2020 saw a spike in pet adoptions. As more people worked from home, many of them sought companionship from animals. I’ve designed a web flow for users to meet and adopt a pet from an animal shelter. Users set up their profile and background information ahead of time for the shelter to approve. Users are able to view extensive information about the dog or cat’s behavior, personality, and health and are even shown a video prior to scheduling a visit. The goal is to match humans to their new best friends.
Many ordering apps take a commision fee of 20-30% and is not sustainable (source, source). In this day and age of quick and easy ordering and the desire to perform tasks as efficiently as possible, small businesses need a way to compete. I wanted to design an attractive and easy-to-use app that appeals to the typical customer and rewards their loyalty.
I did a competitive analysis with bakeries local to my area. I went to these bakeries in person and quickly observed clientele researched their approach to online ordering and reaching their customer base.
I conducted user research through a small sample survey to discover demographics of pet adopters and their experience in adopting an animal.
“We were able to go into the kitten room and play with the kittens before picking one. However, they didn’t have quite as many kittens as expected. There were lots more advertised on their website that had been already adopted by the time we visited.”
I created a user persona based on the findings above, encompassing the demographics, frustrations, and goals of the survey respondents I believe this persona could help me focus on who to design for. Having a persona is useful to tie decisions on a real person one can empathize with instead of just creating a website.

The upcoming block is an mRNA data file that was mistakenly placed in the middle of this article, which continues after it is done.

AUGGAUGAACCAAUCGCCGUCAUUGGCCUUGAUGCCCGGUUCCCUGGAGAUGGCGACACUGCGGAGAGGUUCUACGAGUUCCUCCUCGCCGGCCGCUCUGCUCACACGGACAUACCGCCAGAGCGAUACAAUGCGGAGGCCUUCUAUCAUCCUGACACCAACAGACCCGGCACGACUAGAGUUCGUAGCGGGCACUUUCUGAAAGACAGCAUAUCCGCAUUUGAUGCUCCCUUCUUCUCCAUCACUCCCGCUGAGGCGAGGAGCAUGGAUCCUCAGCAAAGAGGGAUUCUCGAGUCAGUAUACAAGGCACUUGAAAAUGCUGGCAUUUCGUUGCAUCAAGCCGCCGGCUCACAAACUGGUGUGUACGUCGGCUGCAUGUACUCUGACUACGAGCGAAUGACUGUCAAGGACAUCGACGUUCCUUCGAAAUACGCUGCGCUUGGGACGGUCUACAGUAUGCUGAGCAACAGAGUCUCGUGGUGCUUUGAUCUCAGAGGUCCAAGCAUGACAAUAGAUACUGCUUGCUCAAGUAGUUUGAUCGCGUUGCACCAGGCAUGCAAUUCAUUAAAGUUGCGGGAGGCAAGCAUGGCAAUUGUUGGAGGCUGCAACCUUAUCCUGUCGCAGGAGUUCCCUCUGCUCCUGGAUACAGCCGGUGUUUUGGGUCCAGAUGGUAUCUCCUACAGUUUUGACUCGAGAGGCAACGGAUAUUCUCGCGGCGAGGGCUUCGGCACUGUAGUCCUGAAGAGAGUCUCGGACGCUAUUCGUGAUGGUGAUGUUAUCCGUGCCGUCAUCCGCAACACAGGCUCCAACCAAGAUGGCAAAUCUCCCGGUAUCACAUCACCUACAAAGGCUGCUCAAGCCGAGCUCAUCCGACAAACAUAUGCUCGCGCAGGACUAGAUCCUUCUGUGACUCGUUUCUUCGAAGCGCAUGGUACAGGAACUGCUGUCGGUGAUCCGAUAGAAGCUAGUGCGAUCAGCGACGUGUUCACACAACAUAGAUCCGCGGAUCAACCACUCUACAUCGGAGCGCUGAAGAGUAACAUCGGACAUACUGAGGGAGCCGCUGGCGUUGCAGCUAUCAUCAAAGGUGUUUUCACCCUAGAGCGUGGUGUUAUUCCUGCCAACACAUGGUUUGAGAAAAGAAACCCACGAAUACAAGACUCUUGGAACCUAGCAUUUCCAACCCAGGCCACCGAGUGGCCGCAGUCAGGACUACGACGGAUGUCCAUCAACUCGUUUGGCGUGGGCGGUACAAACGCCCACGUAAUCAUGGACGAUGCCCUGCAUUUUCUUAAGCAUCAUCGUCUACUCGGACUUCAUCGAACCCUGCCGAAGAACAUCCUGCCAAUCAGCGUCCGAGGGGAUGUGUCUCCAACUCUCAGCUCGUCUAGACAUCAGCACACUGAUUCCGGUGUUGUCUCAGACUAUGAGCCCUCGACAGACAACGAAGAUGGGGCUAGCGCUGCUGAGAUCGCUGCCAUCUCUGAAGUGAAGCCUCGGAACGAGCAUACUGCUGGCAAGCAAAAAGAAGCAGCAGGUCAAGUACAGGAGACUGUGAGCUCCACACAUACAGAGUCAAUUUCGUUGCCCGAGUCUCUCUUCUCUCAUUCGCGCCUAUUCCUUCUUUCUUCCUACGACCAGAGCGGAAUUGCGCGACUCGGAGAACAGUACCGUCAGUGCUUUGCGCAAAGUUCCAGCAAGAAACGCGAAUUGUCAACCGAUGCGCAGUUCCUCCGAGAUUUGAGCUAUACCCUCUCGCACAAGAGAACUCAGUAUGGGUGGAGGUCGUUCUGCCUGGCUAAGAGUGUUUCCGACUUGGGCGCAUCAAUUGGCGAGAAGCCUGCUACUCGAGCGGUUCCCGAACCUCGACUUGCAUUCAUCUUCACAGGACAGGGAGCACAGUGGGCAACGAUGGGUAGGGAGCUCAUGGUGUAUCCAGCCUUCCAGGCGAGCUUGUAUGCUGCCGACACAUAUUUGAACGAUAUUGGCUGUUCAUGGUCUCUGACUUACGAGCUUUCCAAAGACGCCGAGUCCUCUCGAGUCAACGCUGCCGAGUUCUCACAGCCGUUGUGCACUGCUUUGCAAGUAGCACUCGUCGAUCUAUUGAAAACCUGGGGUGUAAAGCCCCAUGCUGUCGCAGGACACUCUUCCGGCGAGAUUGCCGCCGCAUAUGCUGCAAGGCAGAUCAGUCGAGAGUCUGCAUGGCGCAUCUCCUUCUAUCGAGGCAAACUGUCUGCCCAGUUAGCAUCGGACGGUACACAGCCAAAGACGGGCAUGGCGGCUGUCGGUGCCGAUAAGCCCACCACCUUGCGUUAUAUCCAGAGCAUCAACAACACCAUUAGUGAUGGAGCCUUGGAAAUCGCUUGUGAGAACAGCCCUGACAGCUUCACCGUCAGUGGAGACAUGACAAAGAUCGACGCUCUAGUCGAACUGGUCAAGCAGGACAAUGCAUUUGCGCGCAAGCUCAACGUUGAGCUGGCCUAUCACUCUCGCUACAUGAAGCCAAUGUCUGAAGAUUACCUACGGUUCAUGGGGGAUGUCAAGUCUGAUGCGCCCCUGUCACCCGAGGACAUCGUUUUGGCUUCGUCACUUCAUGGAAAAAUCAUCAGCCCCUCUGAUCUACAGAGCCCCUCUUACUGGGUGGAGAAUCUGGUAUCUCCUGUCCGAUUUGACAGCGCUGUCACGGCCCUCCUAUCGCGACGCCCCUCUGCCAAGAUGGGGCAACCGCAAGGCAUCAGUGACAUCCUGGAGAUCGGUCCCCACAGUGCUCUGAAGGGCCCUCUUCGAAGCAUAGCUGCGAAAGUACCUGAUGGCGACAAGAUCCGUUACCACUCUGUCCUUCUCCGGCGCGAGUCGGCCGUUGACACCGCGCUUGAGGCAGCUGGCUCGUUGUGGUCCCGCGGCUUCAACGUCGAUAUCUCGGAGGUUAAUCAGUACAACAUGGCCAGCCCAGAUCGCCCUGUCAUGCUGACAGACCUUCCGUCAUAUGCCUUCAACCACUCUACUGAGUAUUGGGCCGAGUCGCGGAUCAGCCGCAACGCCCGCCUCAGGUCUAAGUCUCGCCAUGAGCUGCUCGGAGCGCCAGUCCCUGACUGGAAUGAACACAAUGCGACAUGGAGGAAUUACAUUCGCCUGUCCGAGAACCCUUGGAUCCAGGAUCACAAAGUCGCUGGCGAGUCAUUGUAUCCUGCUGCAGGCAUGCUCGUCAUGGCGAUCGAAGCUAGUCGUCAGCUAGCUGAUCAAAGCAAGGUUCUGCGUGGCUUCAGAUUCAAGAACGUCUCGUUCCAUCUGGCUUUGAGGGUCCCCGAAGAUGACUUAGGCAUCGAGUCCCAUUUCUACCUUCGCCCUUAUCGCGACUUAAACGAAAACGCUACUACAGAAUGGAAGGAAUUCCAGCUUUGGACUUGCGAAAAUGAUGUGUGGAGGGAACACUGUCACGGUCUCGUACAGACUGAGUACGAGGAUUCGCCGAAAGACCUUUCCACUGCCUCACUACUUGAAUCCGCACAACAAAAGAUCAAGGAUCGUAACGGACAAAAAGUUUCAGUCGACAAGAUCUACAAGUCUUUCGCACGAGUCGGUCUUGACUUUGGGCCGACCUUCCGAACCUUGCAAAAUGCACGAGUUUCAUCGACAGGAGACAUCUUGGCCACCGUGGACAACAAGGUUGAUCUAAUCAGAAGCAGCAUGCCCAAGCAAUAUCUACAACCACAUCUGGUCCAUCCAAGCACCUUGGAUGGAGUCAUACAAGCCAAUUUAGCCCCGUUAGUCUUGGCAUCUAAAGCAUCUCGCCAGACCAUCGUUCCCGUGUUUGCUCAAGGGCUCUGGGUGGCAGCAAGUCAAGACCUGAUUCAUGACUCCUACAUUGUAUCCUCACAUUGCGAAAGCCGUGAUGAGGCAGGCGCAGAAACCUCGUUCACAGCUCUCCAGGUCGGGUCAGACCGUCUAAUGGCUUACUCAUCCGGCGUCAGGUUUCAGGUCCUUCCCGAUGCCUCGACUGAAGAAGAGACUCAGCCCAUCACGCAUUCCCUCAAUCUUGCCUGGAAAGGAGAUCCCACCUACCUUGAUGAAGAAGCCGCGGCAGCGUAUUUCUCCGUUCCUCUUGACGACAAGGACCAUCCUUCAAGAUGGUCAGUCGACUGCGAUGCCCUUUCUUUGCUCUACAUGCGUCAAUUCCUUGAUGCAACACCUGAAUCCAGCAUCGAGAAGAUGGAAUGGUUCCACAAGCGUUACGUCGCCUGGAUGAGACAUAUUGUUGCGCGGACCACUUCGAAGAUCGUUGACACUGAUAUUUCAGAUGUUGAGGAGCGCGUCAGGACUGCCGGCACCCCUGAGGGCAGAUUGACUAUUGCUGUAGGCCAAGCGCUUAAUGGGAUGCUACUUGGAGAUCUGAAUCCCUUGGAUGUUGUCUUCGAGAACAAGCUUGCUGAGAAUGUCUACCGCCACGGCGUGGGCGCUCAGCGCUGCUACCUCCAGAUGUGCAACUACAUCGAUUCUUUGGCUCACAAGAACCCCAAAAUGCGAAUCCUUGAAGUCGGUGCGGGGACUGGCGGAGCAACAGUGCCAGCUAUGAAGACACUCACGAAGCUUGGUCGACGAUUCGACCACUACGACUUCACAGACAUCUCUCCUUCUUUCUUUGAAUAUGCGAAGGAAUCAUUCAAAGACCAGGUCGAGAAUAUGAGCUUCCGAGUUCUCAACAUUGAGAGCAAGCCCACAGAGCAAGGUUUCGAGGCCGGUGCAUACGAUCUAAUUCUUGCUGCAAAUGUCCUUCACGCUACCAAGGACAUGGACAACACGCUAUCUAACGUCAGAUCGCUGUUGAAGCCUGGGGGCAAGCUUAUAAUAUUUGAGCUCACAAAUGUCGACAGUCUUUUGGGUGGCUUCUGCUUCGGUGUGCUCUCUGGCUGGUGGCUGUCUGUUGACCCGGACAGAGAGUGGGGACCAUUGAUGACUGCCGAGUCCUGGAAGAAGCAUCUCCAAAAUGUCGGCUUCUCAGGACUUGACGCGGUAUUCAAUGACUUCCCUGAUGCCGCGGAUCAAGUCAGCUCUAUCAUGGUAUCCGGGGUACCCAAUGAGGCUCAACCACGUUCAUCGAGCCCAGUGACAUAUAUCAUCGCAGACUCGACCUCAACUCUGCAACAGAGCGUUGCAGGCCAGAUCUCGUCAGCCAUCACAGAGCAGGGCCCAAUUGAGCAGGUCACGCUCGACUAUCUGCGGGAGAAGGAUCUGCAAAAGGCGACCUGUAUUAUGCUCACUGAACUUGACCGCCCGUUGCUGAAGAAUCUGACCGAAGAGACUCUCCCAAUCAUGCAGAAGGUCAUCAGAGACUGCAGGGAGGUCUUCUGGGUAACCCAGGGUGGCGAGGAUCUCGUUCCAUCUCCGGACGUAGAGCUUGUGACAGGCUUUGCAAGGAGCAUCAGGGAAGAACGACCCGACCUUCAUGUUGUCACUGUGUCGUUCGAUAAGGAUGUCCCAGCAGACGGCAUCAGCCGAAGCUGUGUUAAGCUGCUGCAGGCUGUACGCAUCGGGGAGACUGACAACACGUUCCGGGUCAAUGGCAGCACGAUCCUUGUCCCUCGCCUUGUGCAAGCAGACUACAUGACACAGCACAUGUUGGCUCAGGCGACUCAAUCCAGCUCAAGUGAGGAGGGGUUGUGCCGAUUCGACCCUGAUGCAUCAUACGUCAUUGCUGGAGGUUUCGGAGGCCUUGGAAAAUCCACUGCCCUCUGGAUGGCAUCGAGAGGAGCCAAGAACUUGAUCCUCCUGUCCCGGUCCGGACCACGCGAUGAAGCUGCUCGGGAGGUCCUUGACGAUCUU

I created a sitemap to create a full overview of usability. It helped to brainstorm which pages led to which, and how these pages would connect to complete the user goal: to adopt an animal they will love.
Through user research, creating a persona, and creating a site map, I conducted a 15 minute sketching session to quickly produce design ideas which I then translated to Adobe XD as a digital wireframe.
I added a hero image that would capture the user’s attention and emotion. The adopt and donate buttons are front and center but are also located on the menu. The home page includes a featured success story, articles with tips, and a footer with contact information, their address and hours, a newsletter signup, and social links.
The high fidelity prototype includes a search filter, favorite button. and leads the user through the process of scheduling a meet with the pet. The hope is that the user would have a profile prefilled and approved by the shelter so when a user sees an animal available on the website and schedules to meet with them, application delays would not be the cause the animal to be adopted by another family, which was a common frustration during user research.
I also created a sticker sheet to easily reference my design choices and themes all in one organized space.
I conducted unmoderated usability studies with five participants. Two men and three women between the ages of 26-40. I gave them several tasks to complete and vocalize any thoughts and frustrations they may have.
Creating a survey on animal adoption opinions and demographics was useful to know problems I would not have thought of on my own. As for the website itself, I have three adopted animals and animal shelters are quite amazing, it’s a place for people to find a new member of their family, and a place for animals to get a second chance at a happy and healthy home life. Were I to continue to work on this case study I would conduct more rigorous user testing and develop the user flow with more detail, including filtering animals by more specific parameters, seeing if users get stuck, and possibly create a user flow of what happens when a user has met the animal and wants to continue with the adoption.